Amid a civil emergency and the coldest temperatures in years, outreach to people living in encampments is underway. The city of Seattle also has added four nighttime severe weather shelters, totaling six shelters. 

The city previously announced last week space for around 200 people at the Exhibition Hall at Seattle Center and the Compass Center in Pioneer Square. While some of the shelters were open on Sunday evening, all six will be open Monday evening through Wednesday.

Opening additional shelter space has been made difficult by a lack of staffing, by spacing requirements to prevent the spread of coronavirus, and by the necessity to have locations accessible by public transit, said Jenna Franklin, a spokesperson for the Seattle Human Services Department.

Members of the city’s HOPE Team, which conducts homelessness outreach, have been visiting encampments and coordinating transportation to nighttime shelters since Saturday afternoon, Franklin said. The Compass Center and Seattle Exhibition Hall locations hosted around 90 people on Christmas evening, Franklin said.

Hypothermia is not the only concern during severe weather, Franklin said. Smoke inhalation and fire also are risks, especially since fires can destroy people’s existing belongings and shelter in encampments. 

221 homeless people have died in Seattle since last winter, one of the highest numbers on record

Public Health – Seattle & King County said in a briefing call that it has determined the risk associated with hypothermia and cold weather is higher than the risk of contracting COVID-19, Franklin said.

People in encampments can be hesitant to leave behind a community and their belongings even in cold weather. Franklin declined to speculate on whether the six shelters will be enough to meet demand from the freezing temperatures. The city of Seattle also will fund around 2,800 shelter spaces by the end of 2021, and there are additional beds available through private companies and King County, she said. 

Keith Hughes, the commander of the West Seattle American Legion Post 160, has been managing a shelter with limited space for the local homeless population. The staffing shortage has not spared his operation, which is being run entirely through the help of volunteers, he said.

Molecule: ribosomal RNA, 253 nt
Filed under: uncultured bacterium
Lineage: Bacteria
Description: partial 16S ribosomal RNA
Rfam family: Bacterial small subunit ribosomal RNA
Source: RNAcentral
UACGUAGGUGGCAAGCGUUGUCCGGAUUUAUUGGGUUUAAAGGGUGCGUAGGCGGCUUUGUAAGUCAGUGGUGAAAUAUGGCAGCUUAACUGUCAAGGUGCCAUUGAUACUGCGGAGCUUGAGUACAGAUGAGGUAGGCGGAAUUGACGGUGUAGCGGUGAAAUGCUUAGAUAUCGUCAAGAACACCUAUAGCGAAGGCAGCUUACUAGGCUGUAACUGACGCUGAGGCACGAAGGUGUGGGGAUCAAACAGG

Local people have paid for hot meals and offered to take shifts watching over the shelter, he said.

“I hope that in the future, the awareness with the city and the county will include all areas of Seattle, not just the downtown core,” he said.

Around eight people, a mix of regulars and newcomers, stayed at his shelter on Christmas evening. One woman arrived at the shelter after someone in a car spotted her walking around wrapped in a blanket and drove her to the shelter, he said.


Hughes expects that number to increase as the week continues.

“That’s the way it works,” he said. “Last year as the weather got colder, more and more people came.”

Winter weather shelters to open in Seattle, Snohomish County

Warming centers and overnight shelters in Seattle

An interactive map of day centers, shelters and warming spaces can be found through the city of Seattle’s website.

Emergency nighttime shelters will be open Monday evening through Wednesday, Dec. 29. They include:

  • Exhibition Hall at Seattle Center, 301 Mercer St. This shelter will be operated by The Salvation Army and is open to adults 18 and older. Pets will be accepted as well, but they need to be nonaggressive and on a leash. The site will be able to hold around 100 people, according to the city.
  • Compass Center in Pioneer Square, 210 Alaskan Way S. Open to adults 18 and older. Only service animals will be allowed at this site run by Compass Housing Alliance. The entrance is at the corner of South Washington Street and Alaskan Way, across from the downtown ferry terminal. The shelter will be able to hold around 80 people.
  • The Bertha Knight Landes Room at Seattle City Hall, 600 Fourth Ave. This shelter will be operated by the Urban League of Metropolitan Seattle. The site will be able to hold around 16 adults, according to the Seattle Human Services Department.
  •  American Legion Post 160 in West Seattle at 3618 S.W. Alaska St. has enough space for about 16 adults. The shelter is intended for the local homeless population, Cmdr. Keith Hughes said.
  • God’s Lil Acre at 12517 33rd Ave N.E. The shelter is operated by Lake City Partners and opens at 9 p.m. The location also has a day center starting at 9 a.m.
  • Seattle Mennonite Church at 3120 N.E. 125th St. The space is also operated by Lake City Partners. This night shelter opens at 9 p.m.

The original version of this story incorrectly stated when people stayed at the Compass Center and Seattle Exhibition Hall shelters. People stayed there on Christmas evening, not Christmas Eve.